“Go ahead. Pass it out. These people are hungry! Get to it boys!”
I wouldn’t say I’m a perfectionist or an overachiever, though I would say I like to get things right & I want to (need to?) follow through with an assignment I’ve been given. To not be able to finish something, to not have the ability to accomplish what I’ve been tasked with… that is one of the worst feelings in the world. The 1st-born (perfectionist overachiever?) part of me takes pride in my hard work, my ability to DO what needs to be done, to Step Up & be responsible & perform well. And if I can’t? Not usually an option…
When I think of Jesus asking me to feed the 5000 with an inadequate supply of food, my stomach turns. I think of the awkward conversations. Hungry people looking to me for dinner only to find that I’m not able to give them. Excuses. Worries. Fears. Insecurities. I am not enough & now I am exposed.
But Jesus didn’t ask if I had enough – He asked WHAT I had. HE gave thanks. HE blessed it. HE gave it to me & HE told me to start passing it out. He didn’t give any qualifiers. He didn’t ask my opinion on how I thought it would go or if I thought it was fair, right, or good of Him to ask me to pass out the fish & bread.
He just asked me to take what HE gave me & share it with others. Not to keep track of it. Not to measure how much each person got. Just to give to others as I’ve received. To OBEY, not evaluate.
The disciples passed out the loaves & the fish… & kept passing it out. And kept passing it out. And pretty soon, everyone had enough. More than enough. People were leaning back on the grass with contented bellies, big smiles on their faces, & the beginnings of a food coma creeping up on them. As they began to head for their homes, Jesus had the disciples pick up the leftovers(!) from the feast… & there were 12 small baskets FULL. (I’m not a math whiz, but 12 small baskets FULL of fish & bread seems to be > 2 fish & 5 loaves of bread.)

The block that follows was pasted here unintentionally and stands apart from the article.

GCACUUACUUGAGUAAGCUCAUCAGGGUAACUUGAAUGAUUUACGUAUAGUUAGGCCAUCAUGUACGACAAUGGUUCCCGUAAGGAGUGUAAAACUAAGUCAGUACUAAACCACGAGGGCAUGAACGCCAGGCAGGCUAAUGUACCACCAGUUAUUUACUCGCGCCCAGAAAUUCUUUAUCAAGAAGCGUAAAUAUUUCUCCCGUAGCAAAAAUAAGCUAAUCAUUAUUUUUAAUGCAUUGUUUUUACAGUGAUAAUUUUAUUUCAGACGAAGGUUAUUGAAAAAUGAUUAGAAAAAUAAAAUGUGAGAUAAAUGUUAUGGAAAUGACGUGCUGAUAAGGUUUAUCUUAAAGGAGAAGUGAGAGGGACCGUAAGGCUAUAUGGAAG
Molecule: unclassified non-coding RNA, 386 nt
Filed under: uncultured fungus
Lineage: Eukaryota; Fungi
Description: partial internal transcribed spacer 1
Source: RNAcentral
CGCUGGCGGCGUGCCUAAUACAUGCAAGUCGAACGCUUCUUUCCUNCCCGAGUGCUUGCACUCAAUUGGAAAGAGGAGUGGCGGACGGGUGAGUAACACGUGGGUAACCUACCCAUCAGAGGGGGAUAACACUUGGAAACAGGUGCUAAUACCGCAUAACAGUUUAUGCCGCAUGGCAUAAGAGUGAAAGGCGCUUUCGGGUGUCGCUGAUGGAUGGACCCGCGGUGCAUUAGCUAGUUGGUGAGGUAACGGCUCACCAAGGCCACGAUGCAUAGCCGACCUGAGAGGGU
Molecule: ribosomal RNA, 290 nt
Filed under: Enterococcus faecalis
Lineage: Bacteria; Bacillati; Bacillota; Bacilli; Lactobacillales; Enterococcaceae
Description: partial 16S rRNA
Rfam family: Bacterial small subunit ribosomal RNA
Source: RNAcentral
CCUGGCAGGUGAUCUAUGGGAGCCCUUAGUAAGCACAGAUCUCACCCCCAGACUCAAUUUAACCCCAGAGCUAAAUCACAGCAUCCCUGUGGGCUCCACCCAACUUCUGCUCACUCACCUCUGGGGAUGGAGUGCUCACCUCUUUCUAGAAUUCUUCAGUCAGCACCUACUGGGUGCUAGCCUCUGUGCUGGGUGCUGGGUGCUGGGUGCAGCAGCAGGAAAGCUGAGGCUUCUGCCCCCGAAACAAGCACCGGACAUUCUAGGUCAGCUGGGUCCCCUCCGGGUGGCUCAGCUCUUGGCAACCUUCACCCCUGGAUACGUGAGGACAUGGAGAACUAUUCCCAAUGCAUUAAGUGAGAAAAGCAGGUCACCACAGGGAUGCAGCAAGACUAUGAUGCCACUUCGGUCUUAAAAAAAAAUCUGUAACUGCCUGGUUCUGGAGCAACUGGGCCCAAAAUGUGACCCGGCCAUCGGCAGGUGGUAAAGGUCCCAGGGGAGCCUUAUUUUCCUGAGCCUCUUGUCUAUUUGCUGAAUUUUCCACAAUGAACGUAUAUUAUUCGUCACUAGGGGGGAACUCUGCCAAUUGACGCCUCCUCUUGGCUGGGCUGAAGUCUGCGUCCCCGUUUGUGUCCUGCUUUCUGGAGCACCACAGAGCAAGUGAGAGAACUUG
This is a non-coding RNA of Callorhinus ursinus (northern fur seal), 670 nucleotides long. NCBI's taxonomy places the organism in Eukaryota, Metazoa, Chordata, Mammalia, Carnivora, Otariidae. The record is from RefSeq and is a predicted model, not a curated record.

There’s no indication that anyone besides Jesus, the disciples, & maybe the dude who shared his food had any idea of the miracle that Jesus accomplished that day. And really, it wasn’t about food. It was about His disciples. It was about trust & faith. It was about believing that if Jesus SAID to do something, you did it. You didn’t look at your inadequacy, your lack of ability to perform, your potential for failure… you just obeyed & believed that the responsibility for providing the feast fell on Jesus.
Ever since the lunch Bible study/discussion, I’ve been thinking on how often I evaluate situations I am facing based upon my ability to accomplish the tasks in front of me instead of looking to the One who’s asked me to simply do what He said, to share what He’s given to me. Without looking at my resources, abilities, energy (or lack thereof…) And I’m reminded that the Jesus in the Bible is the same Jesus that is working so patiently with me to transform me, to work through me, to make me a blessing & a help to people who need some sort of sustenance, physical or otherwise.
And in that situation, I am enough, because Jesus is MORE than enough & I can share what He’s given (& continues to give) to me, with others.